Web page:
I rated it a one (1) as there is no zero. Dreck, but not without its amusements.
Classic Stanley Kubrick? I think not! "A.I." was unbelievably bad. At the end, when the purely Spielbergian vision took over, I was musing "I'd like to have a peek at the notes of his psychiatrist." I have never seen the Oedipus complex realized so crudely in any cultural artifact as it was in "A.I."
The last section could have been brilliant in the hands of a mature master like the great Kubrick (granting the boy his wish to become human and then putting him in a cock-eyed world of "humanity" as envisioned by the aliens in a faux-happy-ending would have been a marvelous satire and served to elucidate the human condition), but in the hands of the praeternaturally immature Spielberg, it becomes fodder for the above musing on the director's mental health.
One of the strangest, quirkiest, downright oddest films you'll ever see. It's quite wonderful in its own demented way. Probably not a film you'll watch more than once a decade, but definitel not to be missed. Altman is a master.
A Noble Effort With a Great Sarah Polley Performance
Sarah Polley is excellent in this admirable TV movie. Her Catherine is a memorable performance. Her acting skill is so amazing, sometimes it is disconcerting, as when she turns the tables on a government official holding the anti-racism portfolio and you find yourself rooting for a neo-Nazi! The film is generously endowed with many extreme closeups of that amazing face that is able to show so much with so little obvious "acting."
"Don't Think Twice" is quite wonderful. It's well shot, and the acting is fine, but what I like is that everything, from the lighting, to the composition of the frame, to the dialogue perfectly underscores the theme of duality and duplicity. I also found it humorous, though I don't beleve everyone will; it is a pretty dark vision, both literally and figuratively.
There's one reason to see this film -- to see Reese Witherspoon's delightful comic performance. The film is a good black comedy that I would recomend to anyone, particular anyone cynical, but Reese's performance makes the film. As she's shown in "Election," she is an extremely talented comedienne. She creates caricatures, yes, but what caricatures! Her line readings are just so awesome at times!
Once I got over the grotesqueness of a black comedy about a serial killer preying on women and got into the swing of things (because of Reese and her terric performance), I just laughed and laughed. I want to see more Reese films!
Spike Jonz is the new Terry Gilliam! He creates a wonderul, loopy world that, despite its absurdity, pulls you in immediately and has you believing in its logic. I think this flick is destined to be a minor classic. Jonz is a talent that likely will flourish as he has that ability, like my favorite directors, of creating a time and a place, an environment, that the viewer enters and inhabits along with the characters. John Cusak and Cameron Diaz, two actors I do not like much, were very very good. And Jonz should be canonized for giving a role to Orson Bean. Welcome back, Orson!
This was a very fine picture, and must be one of the best films of the 1990s. The film is well-crafted, and the way it develops and resolves its conflicts is evocative of a very good novel. This is not to say that this isn't cinema as a cinema; it's just my way of saying it is a rich experience, as rich as a novel. Ian Holm is excellent as the lawyer, and Sarah Polley is a major talent. (Forget the Uma Thurman comparisons, this girl can act! Her face conveys such feeling and intelligence!) This is one film I would actually buy when I get my DVD player as it is a film one could watch multiple times, like a good book!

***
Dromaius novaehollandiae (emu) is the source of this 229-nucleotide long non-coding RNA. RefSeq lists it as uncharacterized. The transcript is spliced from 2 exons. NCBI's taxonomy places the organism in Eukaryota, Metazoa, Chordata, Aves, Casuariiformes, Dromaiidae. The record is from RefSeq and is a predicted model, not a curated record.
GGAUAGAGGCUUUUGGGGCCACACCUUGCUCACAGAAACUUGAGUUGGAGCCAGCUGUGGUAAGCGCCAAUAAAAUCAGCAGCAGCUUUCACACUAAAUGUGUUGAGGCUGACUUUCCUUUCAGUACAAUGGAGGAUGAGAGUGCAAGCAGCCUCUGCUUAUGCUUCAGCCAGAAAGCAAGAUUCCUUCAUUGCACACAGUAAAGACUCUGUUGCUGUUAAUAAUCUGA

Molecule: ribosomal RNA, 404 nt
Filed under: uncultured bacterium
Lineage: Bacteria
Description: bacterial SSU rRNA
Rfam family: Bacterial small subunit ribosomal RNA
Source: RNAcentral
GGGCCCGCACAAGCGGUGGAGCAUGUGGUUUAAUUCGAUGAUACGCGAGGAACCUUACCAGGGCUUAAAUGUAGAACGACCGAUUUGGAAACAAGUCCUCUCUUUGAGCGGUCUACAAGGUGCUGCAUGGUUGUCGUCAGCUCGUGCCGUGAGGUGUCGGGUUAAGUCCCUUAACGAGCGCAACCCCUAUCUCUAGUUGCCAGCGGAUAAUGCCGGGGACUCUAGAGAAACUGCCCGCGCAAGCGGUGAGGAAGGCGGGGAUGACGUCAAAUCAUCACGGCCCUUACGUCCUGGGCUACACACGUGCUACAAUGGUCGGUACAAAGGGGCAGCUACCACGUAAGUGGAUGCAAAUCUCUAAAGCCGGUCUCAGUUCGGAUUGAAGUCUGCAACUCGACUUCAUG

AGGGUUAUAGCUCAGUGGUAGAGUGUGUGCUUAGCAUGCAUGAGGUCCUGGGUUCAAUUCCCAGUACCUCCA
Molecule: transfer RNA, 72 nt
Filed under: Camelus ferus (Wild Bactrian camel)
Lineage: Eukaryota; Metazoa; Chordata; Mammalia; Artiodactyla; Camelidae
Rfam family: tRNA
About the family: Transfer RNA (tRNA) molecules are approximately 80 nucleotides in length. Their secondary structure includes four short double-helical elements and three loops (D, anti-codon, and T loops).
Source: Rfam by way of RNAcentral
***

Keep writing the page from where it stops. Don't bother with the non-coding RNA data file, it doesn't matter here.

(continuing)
Watching this film, I couldn't help but think how better it could have been. I wished Stanley Kubrick had made a film of this material (rather than wasting his talent on EYES WIDE SHUT, but of course, Kubrick was such an auteur, had to control all aspects of a production and would not deign to stoop to actually using another man's material) as he would have created a real film, with a real feeling of time and place. This movie is not cinematic enough; it is too close to being a filmed play (and a mediocre one at that). It is actually mediocre, despite the good, but unspectacular acting. There is nothing in the dialogue that is interesting, or poetic, or transcendent, or makes you think. What Bertolt Brecht could have done with this material! Another thing that was irritating was the continual reference to the Prince of Wales as fat (historical, he was fat, and several courtiers paid the price of commenting on this fact), but the character was played by Rupert Everett (in a ho-hum performance that bordered on caricature at times), who clearly was not only NOT fat but not even remotely overweight. Such a lack of attention to detail is typical of mediocrity. (A very chubby Peter Ustinov played the Prince and played him well in BEAU BRUMMEL, which also addresses this period and the madness of King George, played by good old Robert Morley.) None of the acting was particularly outstanding; the performances have been vastly overrated. The interiors were nice, but the direction was so uninspired, the film just escaped becoming an egregious bore! And I never really believed that the history was right (I must look it up in my HISTORY OF ENGLAND). All in all, you can do much worse, but beware and be wary!